Greece changes asylum rules to fight camp overcrowding

ATHENS, Greece — Greece's parliament approved legislation Tuesday that is designed to speed up the asylum process for migrants, ease the overcrowding at Greek island refugee camps and to deport more people back to Turkey.

Under the new law, staff will be added at the office that handles asylum requests, the appeals process for rejected applications will be shortened and travel restrictions can be imposed on asylum-seekers who are moved from the Greek islands to the mainland.

Currently, restrictions on asylum-seekers are mostly limited to five islands near the coast of Turkey, where strained refugee camps are trying to cope with up to three times more residents than planned. More than 16,000 people are stuck there.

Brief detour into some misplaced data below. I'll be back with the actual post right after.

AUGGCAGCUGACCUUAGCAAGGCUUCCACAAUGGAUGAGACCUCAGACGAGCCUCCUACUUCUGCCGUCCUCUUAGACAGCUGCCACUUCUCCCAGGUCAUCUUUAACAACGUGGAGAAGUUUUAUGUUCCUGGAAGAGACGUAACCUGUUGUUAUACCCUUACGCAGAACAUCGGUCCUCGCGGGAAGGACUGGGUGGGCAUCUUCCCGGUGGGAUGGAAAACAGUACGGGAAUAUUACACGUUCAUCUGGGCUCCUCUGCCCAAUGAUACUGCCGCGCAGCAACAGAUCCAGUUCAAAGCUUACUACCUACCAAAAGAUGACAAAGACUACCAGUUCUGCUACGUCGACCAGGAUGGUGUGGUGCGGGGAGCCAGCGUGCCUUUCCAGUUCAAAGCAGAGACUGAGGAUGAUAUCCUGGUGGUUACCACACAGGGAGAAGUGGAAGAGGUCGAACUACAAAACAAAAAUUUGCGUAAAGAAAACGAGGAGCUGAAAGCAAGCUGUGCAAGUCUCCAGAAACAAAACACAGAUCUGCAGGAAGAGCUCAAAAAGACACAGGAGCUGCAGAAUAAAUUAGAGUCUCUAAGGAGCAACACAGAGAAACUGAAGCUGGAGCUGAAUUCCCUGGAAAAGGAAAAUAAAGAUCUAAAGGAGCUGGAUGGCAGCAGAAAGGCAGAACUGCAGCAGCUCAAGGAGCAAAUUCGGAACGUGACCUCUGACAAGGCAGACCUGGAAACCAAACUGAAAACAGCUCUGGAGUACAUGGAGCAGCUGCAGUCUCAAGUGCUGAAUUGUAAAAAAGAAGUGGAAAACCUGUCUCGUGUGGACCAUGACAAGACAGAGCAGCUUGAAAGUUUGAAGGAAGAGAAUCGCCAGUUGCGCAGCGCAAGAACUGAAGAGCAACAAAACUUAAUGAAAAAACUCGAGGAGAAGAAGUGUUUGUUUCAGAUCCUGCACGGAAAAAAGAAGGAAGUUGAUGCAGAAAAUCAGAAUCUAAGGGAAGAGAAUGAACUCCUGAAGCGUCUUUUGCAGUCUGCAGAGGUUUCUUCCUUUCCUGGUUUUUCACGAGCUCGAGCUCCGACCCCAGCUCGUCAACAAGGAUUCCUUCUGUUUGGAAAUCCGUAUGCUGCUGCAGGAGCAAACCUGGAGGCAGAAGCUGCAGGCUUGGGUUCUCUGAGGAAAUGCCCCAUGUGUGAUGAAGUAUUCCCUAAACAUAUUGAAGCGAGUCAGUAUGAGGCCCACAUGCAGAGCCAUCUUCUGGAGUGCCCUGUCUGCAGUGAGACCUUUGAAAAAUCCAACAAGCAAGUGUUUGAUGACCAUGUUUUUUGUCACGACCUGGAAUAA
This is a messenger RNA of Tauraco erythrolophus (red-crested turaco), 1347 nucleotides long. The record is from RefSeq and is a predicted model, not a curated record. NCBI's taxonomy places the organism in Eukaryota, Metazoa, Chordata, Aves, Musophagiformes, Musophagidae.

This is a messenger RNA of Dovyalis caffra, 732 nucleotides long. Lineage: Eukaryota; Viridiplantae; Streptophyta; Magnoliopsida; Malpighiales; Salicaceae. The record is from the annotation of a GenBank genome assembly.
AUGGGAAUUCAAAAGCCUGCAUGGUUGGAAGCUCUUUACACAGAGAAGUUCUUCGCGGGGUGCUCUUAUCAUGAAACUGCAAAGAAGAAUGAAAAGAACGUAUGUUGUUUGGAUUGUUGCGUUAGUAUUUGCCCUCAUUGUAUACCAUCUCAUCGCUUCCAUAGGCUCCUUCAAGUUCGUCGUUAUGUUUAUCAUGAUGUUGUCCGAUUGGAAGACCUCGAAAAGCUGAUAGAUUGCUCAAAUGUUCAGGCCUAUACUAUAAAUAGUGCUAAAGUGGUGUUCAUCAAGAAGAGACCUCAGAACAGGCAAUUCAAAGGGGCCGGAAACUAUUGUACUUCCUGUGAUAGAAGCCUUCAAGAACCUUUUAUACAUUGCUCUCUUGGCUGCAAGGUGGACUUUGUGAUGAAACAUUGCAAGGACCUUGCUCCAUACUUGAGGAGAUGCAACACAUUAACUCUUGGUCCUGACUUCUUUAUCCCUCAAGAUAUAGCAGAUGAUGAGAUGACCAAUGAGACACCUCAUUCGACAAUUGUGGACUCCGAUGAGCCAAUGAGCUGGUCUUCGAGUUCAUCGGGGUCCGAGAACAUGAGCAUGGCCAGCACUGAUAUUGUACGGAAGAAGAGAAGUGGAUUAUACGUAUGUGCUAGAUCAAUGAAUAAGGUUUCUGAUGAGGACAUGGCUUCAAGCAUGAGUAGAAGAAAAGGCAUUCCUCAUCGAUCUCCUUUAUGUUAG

A group of 13 Greek human rights organizations, however, has accused the government of ignoring refugee rights.

The number of newly arriving migrants and refugees has risen sharply this year at the islands and Greece's land border with Turkey, prompting the change in policy.

Police cleared out two abandoned factory buildings used by migrants in the city of Patras in western Greece early Tuesday. More than 600 people will be moved from there to refugee camps on the mainland, police said.

Also Tuesday, nine people were injured outside the northern Greek city of Thessaloniki after police pursued a car with an alleged smuggler and 12 suspected migrants crammed inside. The car crashed during the chase, and rescuers had to use hydraulic tools to free the passengers.

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